The reproductive biology of female Logigo Forbesi Steenstrup (Cephalopoda: Myopsida)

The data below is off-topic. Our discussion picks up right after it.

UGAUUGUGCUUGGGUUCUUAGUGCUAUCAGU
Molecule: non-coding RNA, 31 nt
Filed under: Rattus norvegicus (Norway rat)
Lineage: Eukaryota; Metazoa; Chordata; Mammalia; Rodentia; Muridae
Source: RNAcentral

Aspects of the reproductive biology of female Loligo forbesi were investigated. The species is dioecious and females are generally smaller than males. The maximum size attained by females in Scottish waters is 330 mm and the largest size attained by the males is 550 mm. Variations in sex ratios do not indicate any seasonality. The demography is complex and apparently not consistent from year to year. Recruitment is possibly all year round and is associated with an extended spawning season (December to May). It is not known whether different spawning groups contribute to spawning. Maturation is associated with an increase in the size of the reproductive structures (ovary, proximal oviduct, oviducal gland, distal oviduct, nidamental glands and accessory nidamental glands) relative to body weight. This is not associated with a decrease in the wet somatic and visceral components. The glands of the female reproductive system show histological changes associated with maturation. The epithelia of these glands become secretory with maturation and their secretions are thought to provide the egg coats. An exception is the proximal oviduct which is apparently involved in the transportation of eggs and possibly has an absorptive function. Examination of eggs from the ovary of females at different stages of maturation suggests that eggs are spawned continuously over an extended period. The function of the accessory nidamental glands is unknown but they exhibit a secretory cycle associated with maturation. The accessory nidamental glands harbour symbiotic bacteria which change colour with maturation. This colour change has potential for use in experiments investigating factors controlling maturation in those species which have accessory nidamental glands. Preliminary experiments have shown that the colour of these bacteria can change when grown on a medium to which extracts of optic glands (cultured in a medium) were added. A total of twelve strains of bacteria were isolated from the accessory nidamental glands of females from different maturity stages. Based on physical and biochemical characteristics, the bacteria were tentatively identified as species of Vibrio and Pseudomonas.